Safari 4 - Evening: This was again from Madla gate. We straight away went to Bhora Dau point and I could at once see a crocodile basking in the water very close to a protruding piece of land with some undergrowth. There was a peacock coming close to the edge at times. Difficult to say, whether the crocodile was waiting for potential prey or simply basking in the sunlight as it does sometimes. There was also a couple of sambar feeding on grass not far from the shore at a different point. No crocodile insight there. But I was reminded of the many youtube videos where a crocodile suddenly comes out and pulls its prey into the water. But none of that happened and the sambar continued chomping grass in peace.

We saw plenty of deer that evening including nilgai, sambar, and chital. A sambar blocked the road at one point, which was a first. In 1 sighting, a sambar was standing with a Rufous Treepie (a bird) sitting on its head. We also had some good views of the sunset. After looking around for P141 and P151 or anyone other big cats, that safari came to a close.

Later I learnt a jeep had come across P141 cubs that evening elsewhere. I chatted with some people staying at the resort and hit the sack.

[DAY 4 – JUNE 15]

Safari 5 - Morning: This morning was my last safari in the core zones and this was from Madla gate.

We came upon a jeep, who mentioned they had encountered a leopard coming head-on towards them who suddenly jumped off the cliff into the valley. Even they hadn’t gotten a clear sighting of the same. After waiting around a bit, we set off to check on P141 presence. We got to know from a tracker we encountered, she had set off with her cubs at 5.30 a.m. in the morning as could be understood from her pug marks. No other sign of P141 or P151. During all of our safaris, we also briefly considered Kanhaiya Male’s area who has a small area in the tourism zone but wasn’t seen post unlock period. He was nowadays, mostly seen in P152’s (P151’s sister) area. But no sign of him either.

We had some sightings of langurs sitting with chital and a chital grazing with a chinkara. I also a saw a serpent eagle and brown fowl for the first time in these safaris. Several sightings of monitor lizards and a smaller, thinner and poisonous version of the same. More instances of sambar road blocks. Other than that, there were some good peacock sightings and other animals we had already seen before.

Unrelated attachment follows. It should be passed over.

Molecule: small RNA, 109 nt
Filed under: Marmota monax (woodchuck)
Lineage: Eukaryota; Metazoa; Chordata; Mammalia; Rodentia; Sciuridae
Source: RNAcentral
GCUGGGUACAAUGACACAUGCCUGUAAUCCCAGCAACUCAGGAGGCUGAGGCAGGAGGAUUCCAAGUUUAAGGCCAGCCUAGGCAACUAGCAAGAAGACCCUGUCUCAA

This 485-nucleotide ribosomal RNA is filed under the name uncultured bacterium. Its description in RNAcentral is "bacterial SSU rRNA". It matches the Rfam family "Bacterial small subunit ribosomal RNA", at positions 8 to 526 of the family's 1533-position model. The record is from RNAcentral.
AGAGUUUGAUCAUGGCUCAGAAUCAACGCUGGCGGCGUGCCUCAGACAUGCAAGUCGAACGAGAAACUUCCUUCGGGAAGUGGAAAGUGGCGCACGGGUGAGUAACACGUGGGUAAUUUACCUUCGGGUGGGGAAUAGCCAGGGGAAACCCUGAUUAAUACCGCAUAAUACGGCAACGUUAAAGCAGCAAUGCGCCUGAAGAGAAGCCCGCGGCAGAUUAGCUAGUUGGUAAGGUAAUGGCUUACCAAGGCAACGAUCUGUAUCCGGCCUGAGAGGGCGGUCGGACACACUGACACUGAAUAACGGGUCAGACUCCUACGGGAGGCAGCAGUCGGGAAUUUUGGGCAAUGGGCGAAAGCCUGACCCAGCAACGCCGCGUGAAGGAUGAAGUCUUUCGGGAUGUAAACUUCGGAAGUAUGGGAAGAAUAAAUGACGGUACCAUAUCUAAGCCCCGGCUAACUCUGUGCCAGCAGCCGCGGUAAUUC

This marked the close of my core zone safaris.

Tourism Zones Tiger Sightings Related Comments:

1] I felt 1 of the biggest issues in tiger sightings currently in Panna is that in such a large tourism zone, there are only 2 tigers – tigress P151 and tigress P141. Tigress P151 has driven off her mother, sister, and her daughter from previous litter away from the tourism zone. P141’s progeny from previous litter are in core zones but seldom come into tourism zones. So, if you don’t see these 2 in the tourism zone, your chances of sighting tigers in core zones are negligible as most dominant males don’t venture there much. Due to the lower density of tigers in the tourism zone, there are fewer warning calls too.

2] This time there was plenty of rain in Madhya Pradesh in May, which has made the environs much greener and denser than it would normally be, this time of the year. If sighting 1 of the tigers in the tourism zone was not hard enough, add this to your woes.

3] In some other parks, sometimes there is a rare chance of sighting tigers in later hours of the morning. Here, those rare chances become rarer because being a very rocky terrain, the rocks get heated up quickly in the sunlight and animals may not want to step out that much once we near afternoon time.

Happy to have sighted a tigress in the tourism zone, under such circumstances.

Safari 6 – Evening and Night: That evening I had planned a safari in Akola Buffer. Tiger brothers P234-31 and P234-32 were frequently being sighted with good sightings here and I wanted to give myself a chance to see them.

Upon reaching, we got to know the tigers had moved to their favourite nala early that day. Our guide spent around an hour and a half trying to predict from which exact point the tiger would exit the nala so that we could sight it. We also had the help of trackers here. It was heartening to see some warning calls indicated our guide was right. But for some reason, the tigers better known as Heera and Panna, were content in staying inside in the undergrowth, 100-150 m away from us that day.